HERMANUS is known for its land based whale watching between July and November and is a holiday and eco- tourism destination of note. Bird-watching here is outstanding and only a few spots are highlighted.
THE VERMONT SALT PAN: A great diversity of water associated birds are available here and in summer it is often possible to see up to 40 species during an hour’s visit. SPECIALS: Pied Avocet, Greater Flamingo, African Goshawk, Cape Shoveler, Black-winged Stilt.
ONRUS RIVER AND HARDERBAAI: The caravan camp at Onrus is recommended strongly as many interesting species are associated with the milkwood trees. A gentle stroll along Harderbaai during winter could show species such as Little Egret, Purple Heron and Black-crowned Night-Heron feeding out in open and in summer the area is known for its tern day roost. An ideal spot to hone one’s tern identification skills. SPECIALS: Cape Cormorant, Giant Kingfisher, African Black Oystercatcher and many terns.
|Cape Sugarbird female|
CLIFF PATH TRAIL: Leisurely strolls along the cliff paths in Hermanus allow whale and dolphin watching at its best combined with really good opportunities to watch coastal, fynbos, forest and garden birds. SPECIALS: Karoo Prinia, Southern Tchagra and a variety of fynbos specials - watch out for interesting gulls and terns though.
FERNKLOOF NATURE RESERVE: This is another one of the Overberg’s special bird-watching destinations. There are several casual and more strenuous hiking trails taking birders to fynbos, mountain and forest species as well as garden birds near the gate. SPECIALS: Verreaux’s Eagle, Cape Rock-Thrush, Cape Siskin, Cape Sugarbird. The Hemel and Aarde valley is also recommended. Do great birding while sampling some of the valley’s award-winning wines.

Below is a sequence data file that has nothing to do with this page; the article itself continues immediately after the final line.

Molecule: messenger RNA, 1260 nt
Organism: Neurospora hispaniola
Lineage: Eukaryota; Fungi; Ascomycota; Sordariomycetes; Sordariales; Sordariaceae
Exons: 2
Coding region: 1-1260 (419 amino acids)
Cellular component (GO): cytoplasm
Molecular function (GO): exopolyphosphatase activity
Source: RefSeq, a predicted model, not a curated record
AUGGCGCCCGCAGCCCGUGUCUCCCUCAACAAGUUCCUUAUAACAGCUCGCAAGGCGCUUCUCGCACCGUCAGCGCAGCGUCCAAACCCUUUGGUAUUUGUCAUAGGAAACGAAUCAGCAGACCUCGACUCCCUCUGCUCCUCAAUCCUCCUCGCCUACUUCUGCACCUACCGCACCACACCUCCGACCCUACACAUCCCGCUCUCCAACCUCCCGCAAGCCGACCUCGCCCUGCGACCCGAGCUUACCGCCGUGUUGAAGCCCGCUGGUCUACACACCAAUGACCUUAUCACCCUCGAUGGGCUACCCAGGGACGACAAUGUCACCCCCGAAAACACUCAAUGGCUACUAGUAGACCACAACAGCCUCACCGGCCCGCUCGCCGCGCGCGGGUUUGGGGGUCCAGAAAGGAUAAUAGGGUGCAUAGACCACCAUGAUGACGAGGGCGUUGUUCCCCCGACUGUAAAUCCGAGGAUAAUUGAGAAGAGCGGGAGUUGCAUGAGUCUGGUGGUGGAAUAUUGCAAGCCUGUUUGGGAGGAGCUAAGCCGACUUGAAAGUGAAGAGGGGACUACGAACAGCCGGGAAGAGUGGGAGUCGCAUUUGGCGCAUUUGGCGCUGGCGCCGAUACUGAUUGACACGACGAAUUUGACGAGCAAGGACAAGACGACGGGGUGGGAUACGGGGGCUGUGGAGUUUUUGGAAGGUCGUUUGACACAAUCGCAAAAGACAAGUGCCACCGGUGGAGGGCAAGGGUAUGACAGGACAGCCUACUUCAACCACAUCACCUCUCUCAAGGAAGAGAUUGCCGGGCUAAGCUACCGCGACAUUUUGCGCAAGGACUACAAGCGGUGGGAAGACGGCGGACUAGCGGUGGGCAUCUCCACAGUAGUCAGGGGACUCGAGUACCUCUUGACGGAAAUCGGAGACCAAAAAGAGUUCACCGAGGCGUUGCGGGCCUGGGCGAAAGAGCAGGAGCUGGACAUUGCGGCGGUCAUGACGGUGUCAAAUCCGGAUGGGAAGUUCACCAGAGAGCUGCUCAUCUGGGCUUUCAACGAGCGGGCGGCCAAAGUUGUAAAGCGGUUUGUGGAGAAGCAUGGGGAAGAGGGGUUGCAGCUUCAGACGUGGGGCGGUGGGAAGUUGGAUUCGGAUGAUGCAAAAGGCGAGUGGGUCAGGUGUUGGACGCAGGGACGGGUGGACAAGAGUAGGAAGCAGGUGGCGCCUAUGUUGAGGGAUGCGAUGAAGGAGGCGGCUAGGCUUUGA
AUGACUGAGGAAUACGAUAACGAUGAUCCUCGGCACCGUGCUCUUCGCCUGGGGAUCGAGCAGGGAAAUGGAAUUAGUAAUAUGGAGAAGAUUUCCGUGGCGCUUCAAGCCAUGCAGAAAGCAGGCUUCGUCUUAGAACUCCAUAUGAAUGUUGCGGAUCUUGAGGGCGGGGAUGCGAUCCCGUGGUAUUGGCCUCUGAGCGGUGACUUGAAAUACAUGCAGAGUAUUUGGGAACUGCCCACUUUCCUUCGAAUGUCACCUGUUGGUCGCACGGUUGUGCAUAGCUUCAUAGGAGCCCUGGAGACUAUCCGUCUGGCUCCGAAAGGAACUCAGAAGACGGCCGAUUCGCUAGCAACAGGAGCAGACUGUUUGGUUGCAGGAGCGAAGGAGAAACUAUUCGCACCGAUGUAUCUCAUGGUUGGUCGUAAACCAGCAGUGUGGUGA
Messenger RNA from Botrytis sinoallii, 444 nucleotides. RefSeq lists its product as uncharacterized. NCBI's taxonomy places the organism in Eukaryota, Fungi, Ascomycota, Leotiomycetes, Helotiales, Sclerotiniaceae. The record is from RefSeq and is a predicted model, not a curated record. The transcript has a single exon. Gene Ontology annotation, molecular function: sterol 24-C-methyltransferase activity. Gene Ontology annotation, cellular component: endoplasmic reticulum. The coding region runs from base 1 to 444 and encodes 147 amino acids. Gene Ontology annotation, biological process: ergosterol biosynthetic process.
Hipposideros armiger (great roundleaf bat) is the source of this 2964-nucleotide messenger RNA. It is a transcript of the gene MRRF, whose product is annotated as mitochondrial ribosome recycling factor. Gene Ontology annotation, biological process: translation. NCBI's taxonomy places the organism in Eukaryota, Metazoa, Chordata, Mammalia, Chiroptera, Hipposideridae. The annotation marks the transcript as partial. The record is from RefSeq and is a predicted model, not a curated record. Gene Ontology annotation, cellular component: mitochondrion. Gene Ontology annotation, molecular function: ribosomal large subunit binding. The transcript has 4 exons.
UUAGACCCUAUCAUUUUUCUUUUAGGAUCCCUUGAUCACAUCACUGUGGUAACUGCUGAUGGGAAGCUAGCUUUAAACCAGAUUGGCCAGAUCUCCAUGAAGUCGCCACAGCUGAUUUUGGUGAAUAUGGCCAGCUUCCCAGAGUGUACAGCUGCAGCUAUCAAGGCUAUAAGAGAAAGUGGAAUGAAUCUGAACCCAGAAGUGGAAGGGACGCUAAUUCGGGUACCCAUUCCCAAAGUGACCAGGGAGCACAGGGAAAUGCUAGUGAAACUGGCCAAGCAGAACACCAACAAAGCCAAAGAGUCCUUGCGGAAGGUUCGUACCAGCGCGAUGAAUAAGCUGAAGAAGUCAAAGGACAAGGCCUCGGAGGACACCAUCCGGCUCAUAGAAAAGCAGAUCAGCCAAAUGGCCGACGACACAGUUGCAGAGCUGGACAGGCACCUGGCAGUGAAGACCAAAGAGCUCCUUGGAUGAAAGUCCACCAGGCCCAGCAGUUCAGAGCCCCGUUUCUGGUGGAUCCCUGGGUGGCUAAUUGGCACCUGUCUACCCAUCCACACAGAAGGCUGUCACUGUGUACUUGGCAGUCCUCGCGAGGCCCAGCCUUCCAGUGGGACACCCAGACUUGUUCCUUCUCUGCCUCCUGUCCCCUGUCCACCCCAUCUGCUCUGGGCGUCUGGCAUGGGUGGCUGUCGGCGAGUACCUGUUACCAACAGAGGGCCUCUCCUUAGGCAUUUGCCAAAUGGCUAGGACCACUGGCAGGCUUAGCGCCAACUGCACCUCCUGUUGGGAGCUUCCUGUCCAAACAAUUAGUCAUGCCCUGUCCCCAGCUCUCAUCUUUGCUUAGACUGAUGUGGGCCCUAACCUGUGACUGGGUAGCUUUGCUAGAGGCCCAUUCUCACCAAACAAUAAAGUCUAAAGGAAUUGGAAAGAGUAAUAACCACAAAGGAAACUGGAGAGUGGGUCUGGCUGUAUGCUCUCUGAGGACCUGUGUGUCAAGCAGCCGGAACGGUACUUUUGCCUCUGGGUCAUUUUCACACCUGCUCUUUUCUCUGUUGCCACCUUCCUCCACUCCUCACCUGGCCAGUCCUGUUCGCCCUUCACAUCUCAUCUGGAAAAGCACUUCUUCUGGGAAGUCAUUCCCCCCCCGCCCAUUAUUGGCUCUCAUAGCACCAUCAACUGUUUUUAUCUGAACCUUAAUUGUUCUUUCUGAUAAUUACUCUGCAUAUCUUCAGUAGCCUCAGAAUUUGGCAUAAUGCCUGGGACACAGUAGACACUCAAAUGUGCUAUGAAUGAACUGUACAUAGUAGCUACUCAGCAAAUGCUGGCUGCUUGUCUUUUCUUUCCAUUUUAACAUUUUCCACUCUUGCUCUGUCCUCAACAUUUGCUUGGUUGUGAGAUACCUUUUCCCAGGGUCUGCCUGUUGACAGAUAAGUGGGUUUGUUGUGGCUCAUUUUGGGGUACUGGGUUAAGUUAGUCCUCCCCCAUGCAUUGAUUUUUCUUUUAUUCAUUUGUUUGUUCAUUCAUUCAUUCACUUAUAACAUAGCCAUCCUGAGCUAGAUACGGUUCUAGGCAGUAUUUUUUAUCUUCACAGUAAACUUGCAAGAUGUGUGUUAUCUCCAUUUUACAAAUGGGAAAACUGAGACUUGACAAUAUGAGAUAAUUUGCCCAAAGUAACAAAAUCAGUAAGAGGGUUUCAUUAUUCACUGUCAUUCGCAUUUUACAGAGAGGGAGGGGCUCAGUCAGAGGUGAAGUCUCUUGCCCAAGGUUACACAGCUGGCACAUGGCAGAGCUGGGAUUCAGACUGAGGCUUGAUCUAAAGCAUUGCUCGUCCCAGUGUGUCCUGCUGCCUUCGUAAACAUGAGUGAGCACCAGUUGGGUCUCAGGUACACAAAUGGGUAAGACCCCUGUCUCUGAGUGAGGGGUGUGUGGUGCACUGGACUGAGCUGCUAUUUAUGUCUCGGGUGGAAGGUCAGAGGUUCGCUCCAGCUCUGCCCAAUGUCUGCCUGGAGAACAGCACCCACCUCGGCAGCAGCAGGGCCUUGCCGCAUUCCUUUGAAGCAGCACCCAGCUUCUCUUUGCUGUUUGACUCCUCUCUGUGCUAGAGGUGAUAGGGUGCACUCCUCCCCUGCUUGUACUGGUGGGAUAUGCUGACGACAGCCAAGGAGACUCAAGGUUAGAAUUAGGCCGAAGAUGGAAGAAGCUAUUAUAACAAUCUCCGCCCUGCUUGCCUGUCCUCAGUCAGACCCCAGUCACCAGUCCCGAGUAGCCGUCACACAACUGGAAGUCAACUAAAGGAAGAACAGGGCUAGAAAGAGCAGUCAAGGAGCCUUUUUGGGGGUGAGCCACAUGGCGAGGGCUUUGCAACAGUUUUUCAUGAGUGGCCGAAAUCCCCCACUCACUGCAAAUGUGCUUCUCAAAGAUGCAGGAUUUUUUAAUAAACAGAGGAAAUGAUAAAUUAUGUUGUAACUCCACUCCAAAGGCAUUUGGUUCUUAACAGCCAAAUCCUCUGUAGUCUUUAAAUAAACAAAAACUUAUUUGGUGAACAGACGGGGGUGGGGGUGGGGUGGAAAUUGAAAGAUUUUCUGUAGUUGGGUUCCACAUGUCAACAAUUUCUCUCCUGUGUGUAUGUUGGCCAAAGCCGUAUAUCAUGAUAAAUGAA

STANFORD AND THE DANGER POINT PENINSULA
In birding circles STANFORD is known for the annual Stanford Bird Fair normally held in October. Birding is great here and the prime spot is the Appel dam and the picnic spot on the southern side of the village. Little Bittern is often seen and ducks include White-backed, African Black and White-faced Ducks. The milkwood trees at the picnic spot give access to a variety of great species. Don’t underestimate garden birding in the village and wetland birding along the river and wetlands trails though. A guide to “Birding in Stanford” by Brummer Olivier is available at the tourism office. Stanford can be used as based to explore the Klein river estuary, the Salmonsdam and Walker Bay Nature Reserves managed by CapeNature and the Grootbos Private Nature Reserve.
The DANGER POINT PENINSULA is rapidly developing a reputation as one of the prime birding destinations of the Overberg. The coastal road between Franskraal and the Danger Point lighthouse should be done in summer as many coastal birds are on view together with migrant waders such as Ruddy Turnstone, Common Whimbrel and several sandpipers. Remember to search the bushes for many great terrestrial species.
DYER ISLAND is an Important Bird Area (SA 120) and remarkable conservation work is being done here by CapeNature and the Dyer Island Conservation Trust. Do sponsor a penguin breeding box when the Great White House in Kleinbaai is visited. It is normally not possible to visit Dyer Island, but the birds can be seen from the boats of the whale watching and shark diving operators working in the area.
The Uilenkraals river and estuary, Flower Valley, Platbos and Baardskeerdersbos towards the interior and Pearly Beach and Groothagelkraal add many different species due to other habitat types.